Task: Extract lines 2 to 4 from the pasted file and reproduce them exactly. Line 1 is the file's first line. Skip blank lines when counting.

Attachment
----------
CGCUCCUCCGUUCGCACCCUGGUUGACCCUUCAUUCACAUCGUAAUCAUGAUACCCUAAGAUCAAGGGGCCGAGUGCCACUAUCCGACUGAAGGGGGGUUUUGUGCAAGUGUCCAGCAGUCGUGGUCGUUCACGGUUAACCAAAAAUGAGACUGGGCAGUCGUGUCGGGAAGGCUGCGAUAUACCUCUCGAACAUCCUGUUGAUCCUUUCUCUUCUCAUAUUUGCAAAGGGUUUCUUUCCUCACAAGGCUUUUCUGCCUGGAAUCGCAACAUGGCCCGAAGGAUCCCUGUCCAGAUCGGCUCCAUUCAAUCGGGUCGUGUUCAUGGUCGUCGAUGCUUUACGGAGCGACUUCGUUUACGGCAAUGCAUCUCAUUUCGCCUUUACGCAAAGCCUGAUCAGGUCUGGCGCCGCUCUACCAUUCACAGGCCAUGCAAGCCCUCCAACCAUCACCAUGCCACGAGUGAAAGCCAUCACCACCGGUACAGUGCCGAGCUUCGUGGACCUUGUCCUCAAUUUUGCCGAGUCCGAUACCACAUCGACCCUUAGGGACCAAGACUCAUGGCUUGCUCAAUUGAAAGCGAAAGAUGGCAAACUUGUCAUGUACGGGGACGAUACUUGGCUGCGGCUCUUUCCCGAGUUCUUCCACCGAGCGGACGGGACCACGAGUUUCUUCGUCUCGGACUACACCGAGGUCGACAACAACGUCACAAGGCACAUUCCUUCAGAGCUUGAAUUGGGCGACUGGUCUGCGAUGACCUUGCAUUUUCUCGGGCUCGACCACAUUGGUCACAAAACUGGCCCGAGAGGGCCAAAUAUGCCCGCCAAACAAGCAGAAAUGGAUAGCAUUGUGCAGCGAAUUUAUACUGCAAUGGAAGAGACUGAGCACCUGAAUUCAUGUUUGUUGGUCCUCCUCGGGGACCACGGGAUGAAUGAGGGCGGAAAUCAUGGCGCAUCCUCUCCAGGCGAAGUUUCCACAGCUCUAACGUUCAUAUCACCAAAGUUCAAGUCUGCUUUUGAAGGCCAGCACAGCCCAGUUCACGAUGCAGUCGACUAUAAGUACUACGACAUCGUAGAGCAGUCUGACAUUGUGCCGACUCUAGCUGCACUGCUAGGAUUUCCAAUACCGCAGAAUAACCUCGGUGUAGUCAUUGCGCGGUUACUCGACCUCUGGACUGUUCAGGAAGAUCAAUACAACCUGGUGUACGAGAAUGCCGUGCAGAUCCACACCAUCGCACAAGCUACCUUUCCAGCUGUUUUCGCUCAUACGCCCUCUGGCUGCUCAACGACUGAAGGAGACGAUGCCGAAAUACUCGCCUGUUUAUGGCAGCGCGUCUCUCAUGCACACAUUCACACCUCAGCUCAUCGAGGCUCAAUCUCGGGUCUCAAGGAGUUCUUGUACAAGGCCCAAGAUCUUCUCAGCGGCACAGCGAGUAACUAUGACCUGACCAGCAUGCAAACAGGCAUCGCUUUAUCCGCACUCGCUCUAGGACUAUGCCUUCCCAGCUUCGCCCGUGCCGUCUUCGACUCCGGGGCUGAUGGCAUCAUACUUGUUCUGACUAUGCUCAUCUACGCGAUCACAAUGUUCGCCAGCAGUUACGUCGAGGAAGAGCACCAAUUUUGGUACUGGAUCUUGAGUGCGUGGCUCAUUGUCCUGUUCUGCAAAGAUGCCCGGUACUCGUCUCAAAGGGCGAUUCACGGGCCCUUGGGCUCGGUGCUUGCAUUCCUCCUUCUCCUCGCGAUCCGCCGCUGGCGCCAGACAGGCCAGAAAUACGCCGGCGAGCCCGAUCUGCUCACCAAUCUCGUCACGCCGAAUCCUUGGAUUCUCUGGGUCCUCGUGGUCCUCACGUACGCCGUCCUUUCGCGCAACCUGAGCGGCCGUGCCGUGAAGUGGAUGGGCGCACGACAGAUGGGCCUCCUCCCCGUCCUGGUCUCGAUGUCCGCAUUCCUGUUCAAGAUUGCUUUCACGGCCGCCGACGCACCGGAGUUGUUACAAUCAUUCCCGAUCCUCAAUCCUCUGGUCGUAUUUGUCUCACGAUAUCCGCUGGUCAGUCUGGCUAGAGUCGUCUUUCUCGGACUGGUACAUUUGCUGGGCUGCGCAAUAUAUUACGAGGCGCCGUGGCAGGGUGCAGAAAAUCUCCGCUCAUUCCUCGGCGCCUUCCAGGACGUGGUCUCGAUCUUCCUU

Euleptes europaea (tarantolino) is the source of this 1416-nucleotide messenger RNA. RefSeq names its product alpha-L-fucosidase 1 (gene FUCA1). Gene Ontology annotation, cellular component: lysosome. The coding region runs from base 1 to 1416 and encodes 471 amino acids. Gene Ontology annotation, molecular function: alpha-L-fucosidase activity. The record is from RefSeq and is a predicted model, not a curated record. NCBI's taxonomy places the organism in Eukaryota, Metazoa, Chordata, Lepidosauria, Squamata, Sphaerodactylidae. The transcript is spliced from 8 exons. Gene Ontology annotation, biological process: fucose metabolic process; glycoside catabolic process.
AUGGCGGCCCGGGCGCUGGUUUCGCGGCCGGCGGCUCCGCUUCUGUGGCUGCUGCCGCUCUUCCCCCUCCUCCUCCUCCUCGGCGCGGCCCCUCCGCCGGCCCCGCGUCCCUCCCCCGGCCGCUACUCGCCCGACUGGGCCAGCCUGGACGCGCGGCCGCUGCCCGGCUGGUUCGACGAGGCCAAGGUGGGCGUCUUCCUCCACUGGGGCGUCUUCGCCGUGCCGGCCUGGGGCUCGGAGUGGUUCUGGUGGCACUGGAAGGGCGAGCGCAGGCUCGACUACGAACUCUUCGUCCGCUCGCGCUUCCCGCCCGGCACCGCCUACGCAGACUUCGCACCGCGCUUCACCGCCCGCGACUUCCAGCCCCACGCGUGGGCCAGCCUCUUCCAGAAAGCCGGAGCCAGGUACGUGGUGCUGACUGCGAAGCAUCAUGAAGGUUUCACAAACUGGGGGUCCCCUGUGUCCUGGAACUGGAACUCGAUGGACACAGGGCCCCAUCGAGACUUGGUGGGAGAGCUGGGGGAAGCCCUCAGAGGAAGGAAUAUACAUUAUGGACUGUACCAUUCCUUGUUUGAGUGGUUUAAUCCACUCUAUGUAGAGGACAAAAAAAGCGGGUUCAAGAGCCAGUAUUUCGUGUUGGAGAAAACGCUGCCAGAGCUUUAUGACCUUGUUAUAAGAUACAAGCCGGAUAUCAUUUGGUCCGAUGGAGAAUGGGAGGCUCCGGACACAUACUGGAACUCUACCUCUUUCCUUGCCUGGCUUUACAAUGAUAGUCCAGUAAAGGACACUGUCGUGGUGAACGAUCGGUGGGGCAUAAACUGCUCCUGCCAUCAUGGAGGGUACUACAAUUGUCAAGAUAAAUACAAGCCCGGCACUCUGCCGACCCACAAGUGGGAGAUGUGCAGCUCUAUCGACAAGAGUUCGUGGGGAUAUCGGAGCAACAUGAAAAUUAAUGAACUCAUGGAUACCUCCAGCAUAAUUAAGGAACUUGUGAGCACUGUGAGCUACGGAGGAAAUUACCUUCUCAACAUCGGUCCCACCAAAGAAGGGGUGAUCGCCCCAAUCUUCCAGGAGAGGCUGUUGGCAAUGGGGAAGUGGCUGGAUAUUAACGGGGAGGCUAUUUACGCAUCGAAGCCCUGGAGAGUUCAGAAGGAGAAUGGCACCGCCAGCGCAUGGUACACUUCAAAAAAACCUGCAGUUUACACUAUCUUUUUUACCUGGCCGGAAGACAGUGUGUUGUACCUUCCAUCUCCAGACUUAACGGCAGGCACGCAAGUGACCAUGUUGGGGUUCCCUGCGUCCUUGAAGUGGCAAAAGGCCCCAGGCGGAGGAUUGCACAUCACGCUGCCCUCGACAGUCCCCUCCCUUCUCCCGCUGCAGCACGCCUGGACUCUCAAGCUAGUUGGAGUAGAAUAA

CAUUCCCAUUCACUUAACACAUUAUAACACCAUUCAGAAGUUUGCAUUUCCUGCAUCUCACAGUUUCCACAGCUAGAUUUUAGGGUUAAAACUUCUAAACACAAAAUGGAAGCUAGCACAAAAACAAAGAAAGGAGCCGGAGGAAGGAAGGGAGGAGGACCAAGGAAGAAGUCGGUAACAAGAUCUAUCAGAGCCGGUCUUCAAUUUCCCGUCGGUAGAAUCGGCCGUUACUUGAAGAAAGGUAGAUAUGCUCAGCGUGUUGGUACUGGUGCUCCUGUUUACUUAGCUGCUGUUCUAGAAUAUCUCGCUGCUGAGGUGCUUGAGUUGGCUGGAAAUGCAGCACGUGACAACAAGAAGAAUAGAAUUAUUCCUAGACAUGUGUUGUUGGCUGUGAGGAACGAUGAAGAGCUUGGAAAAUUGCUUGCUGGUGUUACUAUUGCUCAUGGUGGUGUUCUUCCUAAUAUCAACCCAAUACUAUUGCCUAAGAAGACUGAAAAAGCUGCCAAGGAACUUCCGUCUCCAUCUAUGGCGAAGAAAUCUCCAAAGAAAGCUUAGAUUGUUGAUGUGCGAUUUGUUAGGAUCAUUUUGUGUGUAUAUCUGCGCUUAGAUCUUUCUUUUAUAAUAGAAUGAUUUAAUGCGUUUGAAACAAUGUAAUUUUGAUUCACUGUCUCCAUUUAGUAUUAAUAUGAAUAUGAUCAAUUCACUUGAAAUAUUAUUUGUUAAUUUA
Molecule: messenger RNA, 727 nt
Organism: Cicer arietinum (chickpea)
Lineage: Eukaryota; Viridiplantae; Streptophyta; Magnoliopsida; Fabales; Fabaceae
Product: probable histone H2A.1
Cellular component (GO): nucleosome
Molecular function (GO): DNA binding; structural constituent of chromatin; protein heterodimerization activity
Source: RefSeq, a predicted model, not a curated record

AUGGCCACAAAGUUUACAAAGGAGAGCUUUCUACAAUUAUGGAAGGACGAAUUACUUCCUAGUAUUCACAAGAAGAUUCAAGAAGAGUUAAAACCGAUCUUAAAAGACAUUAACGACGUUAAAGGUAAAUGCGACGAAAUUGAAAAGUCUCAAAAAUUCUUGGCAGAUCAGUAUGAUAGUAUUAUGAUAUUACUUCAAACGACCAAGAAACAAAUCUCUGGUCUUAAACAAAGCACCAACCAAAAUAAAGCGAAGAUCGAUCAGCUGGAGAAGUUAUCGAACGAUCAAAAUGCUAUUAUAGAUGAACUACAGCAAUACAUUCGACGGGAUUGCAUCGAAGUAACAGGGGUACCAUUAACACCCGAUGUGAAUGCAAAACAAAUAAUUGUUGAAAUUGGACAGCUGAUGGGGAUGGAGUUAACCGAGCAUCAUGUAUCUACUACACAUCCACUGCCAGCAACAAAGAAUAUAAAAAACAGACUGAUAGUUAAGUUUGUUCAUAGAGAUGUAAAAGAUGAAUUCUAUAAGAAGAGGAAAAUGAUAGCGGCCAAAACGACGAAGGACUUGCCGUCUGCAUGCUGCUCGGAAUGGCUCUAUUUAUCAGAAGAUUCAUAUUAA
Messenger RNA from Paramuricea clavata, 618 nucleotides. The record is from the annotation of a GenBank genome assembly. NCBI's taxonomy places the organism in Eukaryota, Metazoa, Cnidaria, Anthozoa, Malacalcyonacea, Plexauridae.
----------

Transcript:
Euleptes europaea (tarantolino) is the source of this 1416-nucleotide messenger RNA. RefSeq names its product alpha-L-fucosidase 1 (gene FUCA1). Gene Ontology annotation, cellular component: lysosome. The coding region runs from base 1 to 1416 and encodes 471 amino acids. Gene Ontology annotation, molecular function: alpha-L-fucosidase activity. The record is from RefSeq and is a predicted model, not a curated record. NCBI's taxonomy places the organism in Eukaryota, Metazoa, Chordata, Lepidosauria, Squamata, Sphaerodactylidae. The transcript is spliced from 8 exons. Gene Ontology annotation, biological process: fucose metabolic process; glycoside catabolic process.
AUGGCGGCCCGGGCGCUGGUUUCGCGGCCGGCGGCUCCGCUUCUGUGGCUGCUGCCGCUCUUCCCCCUCCUCCUCCUCCUCGGCGCGGCCCCUCCGCCGGCCCCGCGUCCCUCCCCCGGCCGCUACUCGCCCGACUGGGCCAGCCUGGACGCGCGGCCGCUGCCCGGCUGGUUCGACGAGGCCAAGGUGGGCGUCUUCCUCCACUGGGGCGUCUUCGCCGUGCCGGCCUGGGGCUCGGAGUGGUUCUGGUGGCACUGGAAGGGCGAGCGCAGGCUCGACUACGAACUCUUCGUCCGCUCGCGCUUCCCGCCCGGCACCGCCUACGCAGACUUCGCACCGCGCUUCACCGCCCGCGACUUCCAGCCCCACGCGUGGGCCAGCCUCUUCCAGAAAGCCGGAGCCAGGUACGUGGUGCUGACUGCGAAGCAUCAUGAAGGUUUCACAAACUGGGGGUCCCCUGUGUCCUGGAACUGGAACUCGAUGGACACAGGGCCCCAUCGAGACUUGGUGGGAGAGCUGGGGGAAGCCCUCAGAGGAAGGAAUAUACAUUAUGGACUGUACCAUUCCUUGUUUGAGUGGUUUAAUCCACUCUAUGUAGAGGACAAAAAAAGCGGGUUCAAGAGCCAGUAUUUCGUGUUGGAGAAAACGCUGCCAGAGCUUUAUGACCUUGUUAUAAGAUACAAGCCGGAUAUCAUUUGGUCCGAUGGAGAAUGGGAGGCUCCGGACACAUACUGGAACUCUACCUCUUUCCUUGCCUGGCUUUACAAUGAUAGUCCAGUAAAGGACACUGUCGUGGUGAACGAUCGGUGGGGCAUAAACUGCUCCUGCCAUCAUGGAGGGUACUACAAUUGUCAAGAUAAAUACAAGCCCGGCACUCUGCCGACCCACAAGUGGGAGAUGUGCAGCUCUAUCGACAAGAGUUCGUGGGGAUAUCGGAGCAACAUGAAAAUUAAUGAACUCAUGGAUACCUCCAGCAUAAUUAAGGAACUUGUGAGCACUGUGAGCUACGGAGGAAAUUACCUUCUCAACAUCGGUCCCACCAAAGAAGGGGUGAUCGCCCCAAUCUUCCAGGAGAGGCUGUUGGCAAUGGGGAAGUGGCUGGAUAUUAACGGGGAGGCUAUUUACGCAUCGAAGCCCUGGAGAGUUCAGAAGGAGAAUGGCACCGCCAGCGCAUGGUACACUUCAAAAAAACCUGCAGUUUACACUAUCUUUUUUACCUGGCCGGAAGACAGUGUGUUGUACCUUCCAUCUCCAGACUUAACGGCAGGCACGCAAGUGACCAUGUUGGGGUUCCCUGCGUCCUUGAAGUGGCAAAAGGCCCCAGGCGGAGGAUUGCACAUCACGCUGCCCUCGACAGUCCCCUCCCUUCUCCCGCUGCAGCACGCCUGGACUCUCAAGCUAGUUGGAGUAGAAUAA

CAUUCCCAUUCACUUAACACAUUAUAACACCAUUCAGAAGUUUGCAUUUCCUGCAUCUCACAGUUUCCACAGCUAGAUUUUAGGGUUAAAACUUCUAAACACAAAAUGGAAGCUAGCACAAAAACAAAGAAAGGAGCCGGAGGAAGGAAGGGAGGAGGACCAAGGAAGAAGUCGGUAACAAGAUCUAUCAGAGCCGGUCUUCAAUUUCCCGUCGGUAGAAUCGGCCGUUACUUGAAGAAAGGUAGAUAUGCUCAGCGUGUUGGUACUGGUGCUCCUGUUUACUUAGCUGCUGUUCUAGAAUAUCUCGCUGCUGAGGUGCUUGAGUUGGCUGGAAAUGCAGCACGUGACAACAAGAAGAAUAGAAUUAUUCCUAGACAUGUGUUGUUGGCUGUGAGGAACGAUGAAGAGCUUGGAAAAUUGCUUGCUGGUGUUACUAUUGCUCAUGGUGGUGUUCUUCCUAAUAUCAACCCAAUACUAUUGCCUAAGAAGACUGAAAAAGCUGCCAAGGAACUUCCGUCUCCAUCUAUGGCGAAGAAAUCUCCAAAGAAAGCUUAGAUUGUUGAUGUGCGAUUUGUUAGGAUCAUUUUGUGUGUAUAUCUGCGCUUAGAUCUUUCUUUUAUAAUAGAAUGAUUUAAUGCGUUUGAAACAAUGUAAUUUUGAUUCACUGUCUCCAUUUAGUAUUAAUAUGAAUAUGAUCAAUUCACUUGAAAUAUUAUUUGUUAAUUUA